One of the biggest homeowner trends that the COVID-19 crisis has brought on is outdoor living. With no end in sight for the virus just yet, this trend is set to continue, with many homeowners extending their indoor areas to the outdoors via well-designed porches, dens, and decks.
If you and your family love cooking and barbecue and love the feeling of the sun on your skin while you devour some delectable food, you can turn your backyard area into an outdoor kitchen. Here are some tips and tricks for building your dream outdoor kitchen or barbecue station.
1. Determine the kitchen type you want.
Is it a regular kitchen? A barbecue station? How about a pizza oven? Ultimately, however, the kind of outdoor kitchen you get will be dependent on your budget, available space, and your family’s lifestyle—and the most basic equipment you can invest in can be a grill and an outdoor bar that can also serve as a counter. The first step is just deciding whether you want a simple, fully functional kitchen or something that has more amenities and features, like a cocktail bar station.
2. Consider your available space.
While you can certainly dream big, it won’t matter if your available space won’t allow it. One example is a grill on an area with a massive acreage—you might have to walk too far to fire it up. You also need to measure everything before you purchase certain equipment and furniture. Consider kitchen ergonomics as you plan where certain things will go; the last thing you want is a set-up that strains your neck and back. You should also consider safety and that you won’t place the kitchen or grill in an area in your home that might easily catch fire.
3. Decide between permanent and portable.
If you’re only renting or still seeing yourself moving to a different home someday, it might be best to go for a portable kitchen. However, if you’re already living in your forever home, then a permanent outdoor kitchen might be a wonderful project for you and your family to DIY together.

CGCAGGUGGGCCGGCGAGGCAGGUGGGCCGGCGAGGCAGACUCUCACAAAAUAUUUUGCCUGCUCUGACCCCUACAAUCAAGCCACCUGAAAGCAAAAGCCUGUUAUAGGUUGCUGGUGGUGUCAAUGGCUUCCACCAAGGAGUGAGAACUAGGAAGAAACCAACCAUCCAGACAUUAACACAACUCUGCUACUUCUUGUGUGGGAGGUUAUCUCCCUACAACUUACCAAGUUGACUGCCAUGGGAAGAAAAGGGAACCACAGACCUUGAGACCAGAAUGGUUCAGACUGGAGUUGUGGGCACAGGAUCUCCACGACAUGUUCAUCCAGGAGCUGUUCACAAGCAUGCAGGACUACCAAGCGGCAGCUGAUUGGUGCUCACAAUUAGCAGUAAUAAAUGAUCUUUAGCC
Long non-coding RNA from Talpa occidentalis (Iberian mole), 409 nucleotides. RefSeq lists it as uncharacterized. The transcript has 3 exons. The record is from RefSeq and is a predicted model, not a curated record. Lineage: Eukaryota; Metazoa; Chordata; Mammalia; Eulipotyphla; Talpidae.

4. Don’t go beyond your budget.
It might be tempting to run wild with your ideas once you sit down to brainstorm, but setting a realistic budget will prevent you from resenting your outdoor kitchen later on. Here are some basic expenses you need to prepare for: appliances, materials, and labor, if it’s not a DIY job. The secondary expenses include designer fees, permit fees, other tools, and professional services like plumbing and electrical.
5. Identify the types of meals you will cook more often.
An outdoor kitchen can be any of the following: electric, charcoal grill, gas, propane, and it can also be a stove or various types of ovens. Decide on the type of kitchen that you want based on the meals you will cook more often. You also need to decide how many people you will be cooking for because it can help determine how big your counter needs to be and the dining area.
6. Acknowledge your town’s climate and environment.
The idea of an outdoor kitchen may be fun in theory, but it’s a whole different ballgame if you live in a state with more extreme weather. If you live in an area that rains pretty often, consider compromising by placing your kitchen or grill under a patio or a covered deck.
7. Be armed with information on how to maintain it.
It’s one thing to be excited about an appliance, and another to use it properly and maintain it so that it lasts for a long time. Before buying a certain grill or refrigerator, make sure that you know how the Viking range parts are replaced or repaired and how much they can cost. You also need to be honest about your and your family’s lifestyle and your ability to clean and maintain the kitchen. You don’t want to abandon your dream outdoor kitchen after a few months of use.
8. Make sure the design and materials are cohesive.
Make sure that the materials you choose are cohesive with your home’s exteriors. No matter how expensive the materials you choose, your outdoor kitchen will look jarring if it doesn’t coordinate with the rest of your home’s architecture.
Having an outdoor kitchen is a great way to strengthen the family’s bonds, eat more healthily, and refine one’s palate. If done within budget, it also doesn’t have to break the bank. If you and your family love cooking and eating, an outdoor kitchen might be a great way to beat cabin fever during the pandemic, too.